It’s no secret that our home is obsessed with scones so we made a stop in London and embarked on a journey of afternoon tea.
I did a little research and found Giuliana Orme who is the goddess of tea and we spent an afternoon with her learning everything we could about tea in her lovely home.
Of course there are regional variations as to how a cream tea should preferably be eaten. The Devonshire (or Devon) method is to split the scone in two, cover each half with clotted cream, and then add strawberry jam on top.
Note: I’ve already broken a rule here because I like using Lemon Curd.
Notes for Traditional Cream Tea:
– The scones are served warm (ideally, freshly baked).
– Use clotted (rather than whipped) cream and strawberry jam, rather than any other variety.
– Butter is not included, and the tea should be served with milk.
Personal Note: I like to serve Lady Gray or Darjeeling Tea, goes so well with the Devonshire Cream Scones.
I make Devonshire Cream Scones practically every weekend and have stocks of lemon curd (yes, I am still breaking this rule) in my pantry along with clotted cream in the icebox for really special occasions.
I am positive this will become a favorite of yours. When I have friends over I like to host a cream tea. It’s such a treat to do this for someone. It adds to your friendships and is a nice experience for everyone.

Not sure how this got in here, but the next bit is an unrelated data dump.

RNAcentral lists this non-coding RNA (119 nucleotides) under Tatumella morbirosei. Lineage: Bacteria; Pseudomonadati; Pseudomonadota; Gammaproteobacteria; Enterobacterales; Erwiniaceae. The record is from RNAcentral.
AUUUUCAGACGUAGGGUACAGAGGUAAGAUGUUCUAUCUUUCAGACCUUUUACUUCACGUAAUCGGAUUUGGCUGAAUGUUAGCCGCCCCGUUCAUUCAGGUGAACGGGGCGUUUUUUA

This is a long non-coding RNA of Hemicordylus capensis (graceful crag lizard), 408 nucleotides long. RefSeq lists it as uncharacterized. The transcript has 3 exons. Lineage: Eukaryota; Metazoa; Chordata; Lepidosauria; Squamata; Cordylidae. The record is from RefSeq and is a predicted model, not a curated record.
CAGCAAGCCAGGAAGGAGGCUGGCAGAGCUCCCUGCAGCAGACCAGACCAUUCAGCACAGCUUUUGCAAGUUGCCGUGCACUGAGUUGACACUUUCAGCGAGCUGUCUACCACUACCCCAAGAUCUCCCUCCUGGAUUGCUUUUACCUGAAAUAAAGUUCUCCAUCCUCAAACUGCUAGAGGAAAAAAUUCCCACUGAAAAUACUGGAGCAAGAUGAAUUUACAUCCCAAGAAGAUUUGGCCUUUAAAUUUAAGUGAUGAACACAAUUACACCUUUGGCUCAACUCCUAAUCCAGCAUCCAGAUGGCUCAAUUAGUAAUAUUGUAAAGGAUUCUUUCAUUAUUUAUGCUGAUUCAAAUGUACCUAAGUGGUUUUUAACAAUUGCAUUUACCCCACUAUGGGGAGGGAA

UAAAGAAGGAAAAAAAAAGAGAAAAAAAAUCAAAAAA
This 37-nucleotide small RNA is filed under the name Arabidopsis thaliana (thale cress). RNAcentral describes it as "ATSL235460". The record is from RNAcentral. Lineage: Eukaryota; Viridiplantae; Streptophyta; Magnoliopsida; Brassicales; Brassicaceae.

- 300 g (2 1/3 cup) of all-purpose flour
- 2 1/2 level teaspoons baking powder
- 1 Egg
- Pinch of salt
- About 150 ml (2/3 cup) of milk (see directions on this)
- 60 g (1/3 cup) of soft margarine ( I used a margarine made from canola oil)
- 60 g (4 level Tablespoons) of white sugar ( I like to use castor sugar)
- Preheat the oven - Conventional 425 Fahrenheit or 220 Celsius
- Place the flour, baking powder and salt into a medium-sized bowl and stir well. Leave it to sit and move onto steps 2 and 3.
- Grease a baking tray, or use a silicone mat or parchment paper, just make sure it's ready to go.
- Next, crack the egg into a liquid measuring cup and whisk it lightly. Next add enough milk on top of the egg so that it reaches the 200 ml mark (3/4 cup). Mix together lightly.
- Now, sieve the flour mixture into a big bowl. Rub the margarine in until it starts to resemble fine crumbs. Now stir in the sugar.
- Note, you will not use all of the egg/milk mixture, you should reserve 1 1/2 tablespoons. In the center of the flour mix make a well and a little at a time add the egg/milk mixture to the flour.
- With a fork begin to pull the flour into the well blending it together. Continue to do this until all of the flour is incorporated into egg/milk. This should produce a soft and slightly sticky dough. With the leftover egg/milk mixture (about a tablespoon or so) you will glaze the tops of the scones before baking.
- Turn the dough on to a floured board and knead very lightly, just enough to remove any cracks. Using your hands, flatten the dough into a round pancake that is about 2 cm (3/4 in) thick. Use a cookie cutter to cut the dough. I used a 2 inch round scone cutter.
- Continue to cut out the scones and place them on your baking tray so that they almost touch to create soft scones, if you like them crustier then place further apart.
- Brush the tops of the scones with some of the remaining egg and milk mixture and bake for about 9 to 10 minutes or until golden brown and well-risen.
- Immediately after removing the scones from the oven bundle them on to a clean, thick tea towel to keep them warm.
- Service Setup: I like to serve them with clotted cream and lemon curd (but to be traditional you would use a strawberry jam). You can find the clotted cream in your specialty cheese section and the lemon curd is usually by the jams.